Cut a long story short

Cut a long story short

I still feel guilty admitting it, but it was my curiosity into how John Lennon met his end that got me into short stories. At school I chose to eschew Lord of the Rings or Lord of the Flies – whichever one of the Lords they were offering up at GCSE – to opt instead for J.D. Salinger’s Catcher in the Rye. My primary reason for this choice had been morbid intrigue, but a few days into hanging out with Holden Caulfield and this soon faded into insignificance. I was hooked by the novel and I wanted to read more Salinger. It was then that I discovered he hadn’t published any other novels, but he had put his initials on a few novellas and a collection of short stories. Many of these centred round different members of the same fictitious Glass family. In the random order that I plucked these slim books from library shelves, my insight into the sibling bonds and burdens both grew and skewed as I tapped into the different viewpoints of Franny and Zooey and Buddy and Seymour.

Short fiction can also make for a fertile playground when it comes to annoying or unlikeable protagonists. Those same irritants would surely outstay their welcome as the antiheroes of much longer pieces. Another benefit of the form is being able to leave something open or unresolved. If a reader invests a significant amount of time into a novel, he or she is likely to want – nay, expect – to be repaid with some sort of resolution. A short story on the other hand, can give you a glimpse into a life, a place, a situation, and then leave without clearing up. As a reader I feel more rewarded if I’ve done some of the work myself; filled in the back-story or joined a few of the dots.

Short stories are said to translate well into films – more so than novels. The latter can risk becoming bloated epics if the adaptations attempt to remain faithful to the text, or traitors to the source material if whole swathes of character development or sub-plot are given the chop. One of the cinema highlights of 2015, 45 Years, originated as a short story by David Constantine. 2008’s The Curious Case of Benjamin Button began life (or should that be ended life?) as a short story by F. Scott Fitzgerald. And then there are the short stories of Raymond Carver – one of the undisputed masters of the form – offering such rich pickings that director and screenplay writer Robert Altman decided to weave several together for his 1993 film, Short Cuts; giving us an ensemble cast of twenty-plus characters who find their lives colliding and intersecting.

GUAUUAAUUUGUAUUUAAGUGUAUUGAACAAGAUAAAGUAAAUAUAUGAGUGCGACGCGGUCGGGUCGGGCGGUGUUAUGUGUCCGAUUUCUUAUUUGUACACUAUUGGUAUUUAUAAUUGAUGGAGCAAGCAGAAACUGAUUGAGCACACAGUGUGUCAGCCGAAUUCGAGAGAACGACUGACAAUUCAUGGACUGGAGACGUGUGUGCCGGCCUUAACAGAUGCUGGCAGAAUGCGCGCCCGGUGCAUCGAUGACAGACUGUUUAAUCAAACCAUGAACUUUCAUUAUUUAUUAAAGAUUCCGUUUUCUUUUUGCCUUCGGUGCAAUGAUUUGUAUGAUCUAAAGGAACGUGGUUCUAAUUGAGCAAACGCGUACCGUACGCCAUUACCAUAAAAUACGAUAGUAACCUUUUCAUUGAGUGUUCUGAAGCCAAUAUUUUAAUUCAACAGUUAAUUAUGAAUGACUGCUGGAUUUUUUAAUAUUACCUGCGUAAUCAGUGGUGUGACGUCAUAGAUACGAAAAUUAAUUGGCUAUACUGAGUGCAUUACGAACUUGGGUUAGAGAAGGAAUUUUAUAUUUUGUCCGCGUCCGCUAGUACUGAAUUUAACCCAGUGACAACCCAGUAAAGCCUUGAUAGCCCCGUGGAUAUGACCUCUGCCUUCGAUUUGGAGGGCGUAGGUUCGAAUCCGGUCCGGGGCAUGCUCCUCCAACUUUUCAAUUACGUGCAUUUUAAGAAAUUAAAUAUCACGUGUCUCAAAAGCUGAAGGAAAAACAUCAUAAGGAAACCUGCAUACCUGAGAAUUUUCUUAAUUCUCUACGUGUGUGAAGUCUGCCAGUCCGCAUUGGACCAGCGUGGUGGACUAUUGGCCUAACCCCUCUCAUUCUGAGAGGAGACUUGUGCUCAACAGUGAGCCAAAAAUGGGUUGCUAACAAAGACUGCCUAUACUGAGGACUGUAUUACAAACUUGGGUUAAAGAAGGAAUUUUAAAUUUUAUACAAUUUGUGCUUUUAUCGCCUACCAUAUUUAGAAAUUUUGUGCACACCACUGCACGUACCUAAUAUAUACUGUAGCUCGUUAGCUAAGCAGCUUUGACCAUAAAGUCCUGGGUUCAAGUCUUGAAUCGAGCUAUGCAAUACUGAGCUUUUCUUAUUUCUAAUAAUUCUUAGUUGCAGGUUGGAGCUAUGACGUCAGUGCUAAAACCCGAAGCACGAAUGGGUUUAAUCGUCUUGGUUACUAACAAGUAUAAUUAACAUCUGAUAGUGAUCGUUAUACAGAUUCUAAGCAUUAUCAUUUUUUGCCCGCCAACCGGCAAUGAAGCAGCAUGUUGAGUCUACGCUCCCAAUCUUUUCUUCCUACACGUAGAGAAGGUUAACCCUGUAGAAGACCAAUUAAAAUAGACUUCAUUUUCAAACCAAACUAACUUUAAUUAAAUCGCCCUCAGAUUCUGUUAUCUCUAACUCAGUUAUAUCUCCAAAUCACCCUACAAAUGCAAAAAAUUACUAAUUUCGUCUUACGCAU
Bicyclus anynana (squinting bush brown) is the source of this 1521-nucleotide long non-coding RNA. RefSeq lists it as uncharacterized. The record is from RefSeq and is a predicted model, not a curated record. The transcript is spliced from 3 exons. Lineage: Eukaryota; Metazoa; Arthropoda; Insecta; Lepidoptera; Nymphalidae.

This can be one of the sticking points of the short story too, though – the fact that it is seen by many as merely a starting point for something else, be it a play, a film or a novel (i.e. a proper book).

“This’d make a great first chapter!” they’d cry, “I love it… What happens next? Let me know when it’s finished”. And then the short story writer would cry, too.

In recent years the short story has been somewhat resurgent, and a new-found respect is seemingly being bestowed upon it. Prestigious prizes that normally honour novelists have instead been tipping their solid gold hats towards short story writers. Alice Munro won the 2013 Nobel Prize in Literature, Colin Barrett’s Young Skins won the Guardian First Book Award in 2014 and George Saunders’ Tenth of December collection picked up the £40,000 Folio Prize in 2014.

For me though, the best thing about reading – or writing – a collection of short stories is that you get lots of endings, not just the one.

Phil Olsen is currently studying for a Masters in Creative Writing at The University of Manchester’s Centre for New Writing. Phil has been appointed guest blogger at Bluecoat during their Short Story Writing Course starting 6 January 2012 until 1 June.  

'The Haunted Pan' by Phil Olsen

'The Haunted Pan' by Phil Olsen

'Lido' by Dale Handyside

'Lido' by Dale Handyside

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